The patient, a powerfully built middle-aged restaurant worker, had awakened one morning with a tight pain in his shoulders that traveled down his right arm. At work, he could barely shrug his shoulders or turn his head. “My fingers were so weak,” he recalled, “that I couldn’t even get a good grip around a glass of water.”
A senior doctor at a local clinic diagnosed a pinched nerve and prescribed a muscle relaxant. Two weeks later, only more incapacitated, the patient went to another clinic, where a younger doctor made the right diagnosis: A malignant tumor in his chest was pressing against a nerve to his arm.
“That first doctor couldn’t be bothered by what I was trying to say,” the patient said. He was now receiving chemotherapy and was hopeful his cancer had been caught early enough, but the near miss still haunted him. “He acted like he just didn’t want to be there with me. Or with any patient.”
After reading a study published this week in Archives of Internal Medicine, I’ve been thinking a lot about this patient’s experience. And I’ve come to two conclusions. First, the older doctor had classic symptoms of burnout.
Second, mistakes like his may only become more common.
Research over the last 10 years has shown that burnout – the particular constellation of emotional exhaustion, detachment and a low sense of accomplishment – is widespread among medical students and doctors-in-training. Nearly half of these aspiring doctors end up becoming burned out over the course of their schooling, quickly losing their sense of empathy for others and succumbing to unprofessional behavior like lying and cheating.
Now, in what is the first study of burnout among fully trained doctors from a wide range of specialties, it appears that the young are not the only ones who are vulnerable. Doctors who have been practicing anywhere from a year to several decades are just as susceptible to becoming burned out as students and trainees. And the implications of their burnout — unlike that of their younger counterparts, who are often under supervision — may be more devastating and immediate.
Analyzing questionnaires sent to more than 7,000 doctors, researchers found that almost half complained of being emotionally exhausted, feeling detached from their patients and work or suffering from a low sense of accomplishment. The researchers then compared the doctors’ responses with those of nearly 3,500 people working in other fields and found that even after adjusting for variables like gender, age, number of hours worked and amount of education, the doctors were still more likely to suffer from burnout.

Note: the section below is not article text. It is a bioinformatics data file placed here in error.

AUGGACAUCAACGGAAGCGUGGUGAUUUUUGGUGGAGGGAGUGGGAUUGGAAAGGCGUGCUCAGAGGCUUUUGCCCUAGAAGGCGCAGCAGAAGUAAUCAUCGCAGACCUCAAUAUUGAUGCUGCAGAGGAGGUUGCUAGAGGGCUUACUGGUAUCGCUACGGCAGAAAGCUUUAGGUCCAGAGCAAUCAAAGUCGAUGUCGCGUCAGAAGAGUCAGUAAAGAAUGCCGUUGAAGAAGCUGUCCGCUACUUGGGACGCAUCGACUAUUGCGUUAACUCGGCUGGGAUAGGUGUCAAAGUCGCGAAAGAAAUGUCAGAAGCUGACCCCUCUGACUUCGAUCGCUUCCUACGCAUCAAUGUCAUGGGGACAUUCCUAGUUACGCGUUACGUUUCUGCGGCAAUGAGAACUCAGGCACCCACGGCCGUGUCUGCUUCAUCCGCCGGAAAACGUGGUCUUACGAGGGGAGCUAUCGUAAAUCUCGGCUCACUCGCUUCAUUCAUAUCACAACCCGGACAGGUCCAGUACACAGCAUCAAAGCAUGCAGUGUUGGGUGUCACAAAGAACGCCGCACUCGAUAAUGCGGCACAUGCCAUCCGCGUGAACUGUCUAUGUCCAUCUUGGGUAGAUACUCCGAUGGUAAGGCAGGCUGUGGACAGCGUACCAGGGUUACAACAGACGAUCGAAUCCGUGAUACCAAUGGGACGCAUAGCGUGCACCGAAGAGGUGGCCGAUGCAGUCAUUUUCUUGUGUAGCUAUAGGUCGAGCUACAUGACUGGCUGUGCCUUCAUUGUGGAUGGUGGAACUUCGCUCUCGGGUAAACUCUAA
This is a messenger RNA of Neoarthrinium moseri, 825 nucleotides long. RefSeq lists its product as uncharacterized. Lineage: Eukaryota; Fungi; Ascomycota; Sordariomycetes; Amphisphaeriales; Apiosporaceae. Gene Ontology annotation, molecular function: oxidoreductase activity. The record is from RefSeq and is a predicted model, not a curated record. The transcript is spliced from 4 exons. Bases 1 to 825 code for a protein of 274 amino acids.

“We’re not talking about a few individuals who are disorganized or not functioning well under pressure; we’re talking about one out of every two doctors who have already survived rigorous training,” said Dr. Tait D. Shanafelt, the lead author of the study and a professor of medicine at the Mayo Clinic in Rochester, Minn. “These numbers speak to bigger problems in the larger health care environment.”
The doctors’ burnout appeared to have little to do with hours worked or even the ability to balance personal life with work. Instead, the only factor predictive of a higher risk was practicing a specialty that offered front-line access to care. More than half of the doctors in family medicine, emergency medicine and general internal medicine experienced some form of burnout.
The study casts a grim light on what it is like to practice medicine in the current health care system. A significant proportion of doctors feel trapped, thwarted by the limited time they are allowed to spend with patients, stymied by the ever-changing rules set by insurers and other payers on what they can prescribe or offer as treatment and frustrated by the fact that any gains in efficiency offered by electronic medical records are so soon offset by numerous, newly devised administrative tasks that must also be completed on the computer.
In this setting, “doctors are losing their inspiration,” Dr. Shanafelt said, “and that is a very frightening thing.”
What patients must face in the examining room is no less alarming. Doctors who are suffering from burnout are more prone to errors, less empathetic and more likely to treat patients like diagnoses or objects. They are also more likely to quit practicing altogether, a trend that has serious repercussions in a system already facing a severe doctor shortage as it attempts to expand coverage to 30 million or more currently uninsured Americans.
“Doctors are coming to this expansion already pretty stretched and stressed out,” Dr. Shanafelt noted. “I don’t think there is going to be a lot of room to maneuver without some significant structural changes.”
Dr. Shanafelt and his colleagues are in the midst of studying the effects of workplace initiatives aimed at providing greater support for doctors while improving efficiency, which they believe is critical for doctors and patients as well as the large health care organizations that aim to serve us all. Without decreasing the total hours worked or the number of patients a doctor must see, a hospital system might, for example, restructure its clinics so that doctors could spend more time with patients and less time on the phone getting authorization from insurers or in front of a computer completing administrative tasks.
“If people work in an environment where they believe there is meaning, they will put up with a lot,” Dr. Shanafelt observed. “It goes beyond the significant personal consequences for an individual physician. It affects whom patients can see when they are sick, the quality of care they receive and their safety.”